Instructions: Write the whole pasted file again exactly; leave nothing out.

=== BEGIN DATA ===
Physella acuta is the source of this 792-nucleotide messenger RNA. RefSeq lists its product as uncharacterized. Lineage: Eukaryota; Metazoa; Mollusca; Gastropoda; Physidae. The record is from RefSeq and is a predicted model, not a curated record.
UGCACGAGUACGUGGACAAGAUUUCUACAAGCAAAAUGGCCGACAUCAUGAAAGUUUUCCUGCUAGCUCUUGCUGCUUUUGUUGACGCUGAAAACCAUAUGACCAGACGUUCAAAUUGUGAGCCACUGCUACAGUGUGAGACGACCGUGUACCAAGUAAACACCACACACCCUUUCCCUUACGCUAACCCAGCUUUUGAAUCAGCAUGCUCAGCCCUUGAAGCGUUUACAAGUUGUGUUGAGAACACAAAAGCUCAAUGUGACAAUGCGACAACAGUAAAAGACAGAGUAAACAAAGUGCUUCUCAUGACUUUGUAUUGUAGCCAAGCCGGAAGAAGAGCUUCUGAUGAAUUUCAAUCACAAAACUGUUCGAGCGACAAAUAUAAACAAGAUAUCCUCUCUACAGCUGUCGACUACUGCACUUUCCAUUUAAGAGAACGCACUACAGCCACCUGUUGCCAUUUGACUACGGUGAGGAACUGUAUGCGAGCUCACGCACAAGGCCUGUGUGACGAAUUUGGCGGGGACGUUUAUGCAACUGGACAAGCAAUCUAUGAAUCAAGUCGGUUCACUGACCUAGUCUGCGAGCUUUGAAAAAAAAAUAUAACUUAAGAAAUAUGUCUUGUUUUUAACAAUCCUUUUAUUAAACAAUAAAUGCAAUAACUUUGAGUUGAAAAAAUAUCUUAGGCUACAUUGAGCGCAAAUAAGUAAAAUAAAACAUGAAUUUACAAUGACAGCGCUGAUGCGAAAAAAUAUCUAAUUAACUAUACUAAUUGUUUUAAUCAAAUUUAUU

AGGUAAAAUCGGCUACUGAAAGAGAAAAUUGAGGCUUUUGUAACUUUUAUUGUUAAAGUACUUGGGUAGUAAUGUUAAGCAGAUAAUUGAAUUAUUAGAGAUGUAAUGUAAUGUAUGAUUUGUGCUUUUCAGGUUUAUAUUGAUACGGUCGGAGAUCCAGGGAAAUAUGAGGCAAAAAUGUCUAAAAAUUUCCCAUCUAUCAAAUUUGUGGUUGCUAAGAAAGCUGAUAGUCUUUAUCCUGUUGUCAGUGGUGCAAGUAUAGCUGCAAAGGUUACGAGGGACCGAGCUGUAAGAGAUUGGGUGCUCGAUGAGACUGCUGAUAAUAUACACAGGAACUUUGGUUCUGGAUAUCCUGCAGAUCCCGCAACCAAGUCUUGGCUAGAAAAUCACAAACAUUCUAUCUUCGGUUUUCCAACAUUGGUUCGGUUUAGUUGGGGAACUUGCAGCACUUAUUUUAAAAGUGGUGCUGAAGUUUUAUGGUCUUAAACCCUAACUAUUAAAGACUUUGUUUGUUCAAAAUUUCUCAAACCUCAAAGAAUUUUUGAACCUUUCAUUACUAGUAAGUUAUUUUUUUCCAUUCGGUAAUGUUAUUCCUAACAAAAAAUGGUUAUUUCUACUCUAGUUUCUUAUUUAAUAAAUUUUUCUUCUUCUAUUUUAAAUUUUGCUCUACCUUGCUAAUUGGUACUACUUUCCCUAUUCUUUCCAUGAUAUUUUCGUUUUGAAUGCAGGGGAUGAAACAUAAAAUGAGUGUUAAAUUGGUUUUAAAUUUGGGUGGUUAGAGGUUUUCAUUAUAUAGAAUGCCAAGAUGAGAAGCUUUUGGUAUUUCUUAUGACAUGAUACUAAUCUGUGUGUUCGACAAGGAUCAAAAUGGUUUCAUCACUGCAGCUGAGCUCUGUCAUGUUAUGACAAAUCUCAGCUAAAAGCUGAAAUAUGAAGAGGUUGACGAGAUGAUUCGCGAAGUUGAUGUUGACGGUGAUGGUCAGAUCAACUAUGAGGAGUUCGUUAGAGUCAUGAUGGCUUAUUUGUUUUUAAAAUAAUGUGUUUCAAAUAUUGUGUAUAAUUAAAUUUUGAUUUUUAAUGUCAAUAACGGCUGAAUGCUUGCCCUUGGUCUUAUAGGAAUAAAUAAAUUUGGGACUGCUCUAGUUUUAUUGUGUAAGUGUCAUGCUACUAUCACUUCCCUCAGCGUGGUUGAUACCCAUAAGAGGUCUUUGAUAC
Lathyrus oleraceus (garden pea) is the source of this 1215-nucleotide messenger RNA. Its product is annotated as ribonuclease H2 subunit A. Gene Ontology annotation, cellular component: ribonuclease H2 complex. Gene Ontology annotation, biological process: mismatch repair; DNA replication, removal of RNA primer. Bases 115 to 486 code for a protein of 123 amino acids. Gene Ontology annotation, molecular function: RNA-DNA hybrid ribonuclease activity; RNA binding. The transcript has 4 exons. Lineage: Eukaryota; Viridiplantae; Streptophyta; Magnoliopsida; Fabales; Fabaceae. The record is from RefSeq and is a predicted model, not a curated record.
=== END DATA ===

Physella acuta is the source of this 792-nucleotide messenger RNA. RefSeq lists its product as uncharacterized. Lineage: Eukaryota; Metazoa; Mollusca; Gastropoda; Physidae. The record is from RefSeq and is a predicted model, not a curated record.
UGCACGAGUACGUGGACAAGAUUUCUACAAGCAAAAUGGCCGACAUCAUGAAAGUUUUCCUGCUAGCUCUUGCUGCUUUUGUUGACGCUGAAAACCAUAUGACCAGACGUUCAAAUUGUGAGCCACUGCUACAGUGUGAGACGACCGUGUACCAAGUAAACACCACACACCCUUUCCCUUACGCUAACCCAGCUUUUGAAUCAGCAUGCUCAGCCCUUGAAGCGUUUACAAGUUGUGUUGAGAACACAAAAGCUCAAUGUGACAAUGCGACAACAGUAAAAGACAGAGUAAACAAAGUGCUUCUCAUGACUUUGUAUUGUAGCCAAGCCGGAAGAAGAGCUUCUGAUGAAUUUCAAUCACAAAACUGUUCGAGCGACAAAUAUAAACAAGAUAUCCUCUCUACAGCUGUCGACUACUGCACUUUCCAUUUAAGAGAACGCACUACAGCCACCUGUUGCCAUUUGACUACGGUGAGGAACUGUAUGCGAGCUCACGCACAAGGCCUGUGUGACGAAUUUGGCGGGGACGUUUAUGCAACUGGACAAGCAAUCUAUGAAUCAAGUCGGUUCACUGACCUAGUCUGCGAGCUUUGAAAAAAAAAUAUAACUUAAGAAAUAUGUCUUGUUUUUAACAAUCCUUUUAUUAAACAAUAAAUGCAAUAACUUUGAGUUGAAAAAAUAUCUUAGGCUACAUUGAGCGCAAAUAAGUAAAAUAAAACAUGAAUUUACAAUGACAGCGCUGAUGCGAAAAAAUAUCUAAUUAACUAUACUAAUUGUUUUAAUCAAAUUUAUU

AGGUAAAAUCGGCUACUGAAAGAGAAAAUUGAGGCUUUUGUAACUUUUAUUGUUAAAGUACUUGGGUAGUAAUGUUAAGCAGAUAAUUGAAUUAUUAGAGAUGUAAUGUAAUGUAUGAUUUGUGCUUUUCAGGUUUAUAUUGAUACGGUCGGAGAUCCAGGGAAAUAUGAGGCAAAAAUGUCUAAAAAUUUCCCAUCUAUCAAAUUUGUGGUUGCUAAGAAAGCUGAUAGUCUUUAUCCUGUUGUCAGUGGUGCAAGUAUAGCUGCAAAGGUUACGAGGGACCGAGCUGUAAGAGAUUGGGUGCUCGAUGAGACUGCUGAUAAUAUACACAGGAACUUUGGUUCUGGAUAUCCUGCAGAUCCCGCAACCAAGUCUUGGCUAGAAAAUCACAAACAUUCUAUCUUCGGUUUUCCAACAUUGGUUCGGUUUAGUUGGGGAACUUGCAGCACUUAUUUUAAAAGUGGUGCUGAAGUUUUAUGGUCUUAAACCCUAACUAUUAAAGACUUUGUUUGUUCAAAAUUUCUCAAACCUCAAAGAAUUUUUGAACCUUUCAUUACUAGUAAGUUAUUUUUUUCCAUUCGGUAAUGUUAUUCCUAACAAAAAAUGGUUAUUUCUACUCUAGUUUCUUAUUUAAUAAAUUUUUCUUCUUCUAUUUUAAAUUUUGCUCUACCUUGCUAAUUGGUACUACUUUCCCUAUUCUUUCCAUGAUAUUUUCGUUUUGAAUGCAGGGGAUGAAACAUAAAAUGAGUGUUAAAUUGGUUUUAAAUUUGGGUGGUUAGAGGUUUUCAUUAUAUAGAAUGCCAAGAUGAGAAGCUUUUGGUAUUUCUUAUGACAUGAUACUAAUCUGUGUGUUCGACAAGGAUCAAAAUGGUUUCAUCACUGCAGCUGAGCUCUGUCAUGUUAUGACAAAUCUCAGCUAAAAGCUGAAAUAUGAAGAGGUUGACGAGAUGAUUCGCGAAGUUGAUGUUGACGGUGAUGGUCAGAUCAACUAUGAGGAGUUCGUUAGAGUCAUGAUGGCUUAUUUGUUUUUAAAAUAAUGUGUUUCAAAUAUUGUGUAUAAUUAAAUUUUGAUUUUUAAUGUCAAUAACGGCUGAAUGCUUGCCCUUGGUCUUAUAGGAAUAAAUAAAUUUGGGACUGCUCUAGUUUUAUUGUGUAAGUGUCAUGCUACUAUCACUUCCCUCAGCGUGGUUGAUACCCAUAAGAGGUCUUUGAUAC
Lathyrus oleraceus (garden pea) is the source of this 1215-nucleotide messenger RNA. Its product is annotated as ribonuclease H2 subunit A. Gene Ontology annotation, cellular component: ribonuclease H2 complex. Gene Ontology annotation, biological process: mismatch repair; DNA replication, removal of RNA primer. Bases 115 to 486 code for a protein of 123 amino acids. Gene Ontology annotation, molecular function: RNA-DNA hybrid ribonuclease activity; RNA binding. The transcript has 4 exons. Lineage: Eukaryota; Viridiplantae; Streptophyta; Magnoliopsida; Fabales; Fabaceae. The record is from RefSeq and is a predicted model, not a curated record.